A bit of background in case you haven’t heard about this place. Polpetto (means “small octopus” in Italian) is the smaller, younger sister of Polpo (“octopus“) which opened in Soho to fantastic reviews. Little sister Polpetto is above the French House on Dean Street, a pub full of character and rammed to the rafters with squiffy media types, so named as it was home to the expat French resistance during the war (I love the French House – it gets a mention in my homage to Dean Street here). Both make Venetian bacaro food - shared small tapas-style plates (many of you will have eaten this in Venice. I went to Venice and ate in McDonalds, which is why you should never go to Venice as a skint student). Both have a no-reservations for dinner policy which is good for them but means I have tried and failed to eat at Polpo several times.

Relaxed, retro and romantic inside

However, Emmissima and I went to Polpetto at around 7pm last Friday and got a table straight away, a nice one by the window. In fact there were no groaning queues the entire time we were there. And it’s lovely inside – you wander up narrow wooden stairs past old framed photos to a small, intimate, dimly lit restaurant which could be in Brussels or Paris, filled with couples and friends. (Apparently it looks like a New York West Village resto too – am long overdue a trip). I was impressed that even though it was busy, you can take your time to eat, there’s no rush or hassle or table-turning nonsense that can ruin an evening out. So we ordered a bottle of Sangiovese (£16.50) – which you drink in cute little wine glasses – and went about ordering.

We started with polpetti (£3) and white bean crostino (£1)  - both delicious but tiny which was understandable if you consider the price. Then the flank steak with rocket and white truffle cream (£7) which was absolutely gorgeous – perfectly tender meat and the truffle cream was delicious. Decent sized portion too. And then a bit of a wierd one – I ordered cuttlefish in its ink (£7.50) because (a) I have never to my knowledge eaten cuttlefish nor (b) anything cooked in its own ink. This was a bit of a mistake – the cuttlefish was lovely but the ink was black and thick and gloopy and stained our tongues and lips and teeth. I also had flashbacks to ingesting half a fountain pen refill capsule at school and panicked a little bit. Probably a bit over-inky and in any event not something to order on date night. I’m still glad I tried it though. We finished with proscuitto and fig bruschetta (£7.50) which were again simple and delicious.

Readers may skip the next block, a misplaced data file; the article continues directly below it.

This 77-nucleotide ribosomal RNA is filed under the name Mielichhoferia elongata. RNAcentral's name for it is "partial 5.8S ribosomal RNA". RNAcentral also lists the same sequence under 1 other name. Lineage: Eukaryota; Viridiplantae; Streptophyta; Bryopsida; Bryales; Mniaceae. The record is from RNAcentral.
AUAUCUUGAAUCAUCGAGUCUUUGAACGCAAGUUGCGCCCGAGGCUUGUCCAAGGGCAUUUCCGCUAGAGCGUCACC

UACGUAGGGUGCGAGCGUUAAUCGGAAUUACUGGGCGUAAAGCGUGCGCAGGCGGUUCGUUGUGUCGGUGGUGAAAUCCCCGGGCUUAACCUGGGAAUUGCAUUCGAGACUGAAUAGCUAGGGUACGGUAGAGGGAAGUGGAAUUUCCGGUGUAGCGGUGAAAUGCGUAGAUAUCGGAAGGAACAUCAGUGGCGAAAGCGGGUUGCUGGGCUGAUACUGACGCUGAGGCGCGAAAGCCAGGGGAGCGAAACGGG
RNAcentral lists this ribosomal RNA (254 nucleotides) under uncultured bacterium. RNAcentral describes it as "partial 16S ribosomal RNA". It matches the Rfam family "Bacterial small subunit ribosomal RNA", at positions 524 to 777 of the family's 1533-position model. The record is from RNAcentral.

Polpetti

White bean crostino (lovely but order more than 1)

Bloody delicious flank steak with white truffle cream

Cuttlefish (nice) in ink gloop (stained entire mouth and still pulling out of teeth 3 hours later)

Delicious proscuitto and fig bruschetta

All in all it was £48 or £24 each for all this food and sharing a bottle of wine and we whiled away a nice relaxing two hours in the process. I will definitely be back to try more things in the menu – first on my list is the osso bucco with rissotto and the chilli prawns.

Polpetto on Urbanspoon

Prix Fixe restaurant and general homage to Dean Street

Oh Dean Street, I love you, especially on nice sunny evenings like last night.  Its the beating artistic heart of Soho, and what a proliferation of brilliant places on one little street:

  1. Experimental and great value theatre and comedy at Soho Theatre  - good bar too.
  2. Drinks and larfs with media luvvies at the French House pub.
  3. Thai food at Rosa’s.
  4. Gorgeous dinner and cocktails at the Dean Street Townhouse (not been but reviews are wonderful). 
  5. Pizza Express jazz club (jazz & pizza = brilliant)
  6. Home to the mysterious Graucho Club.
  7. Cheap, relaxed food at Pierre Victoire (avec pianist compris) and Prix Fixe, of which, more below.

Prix Fixe

 

Sitting outside at Prix Fixe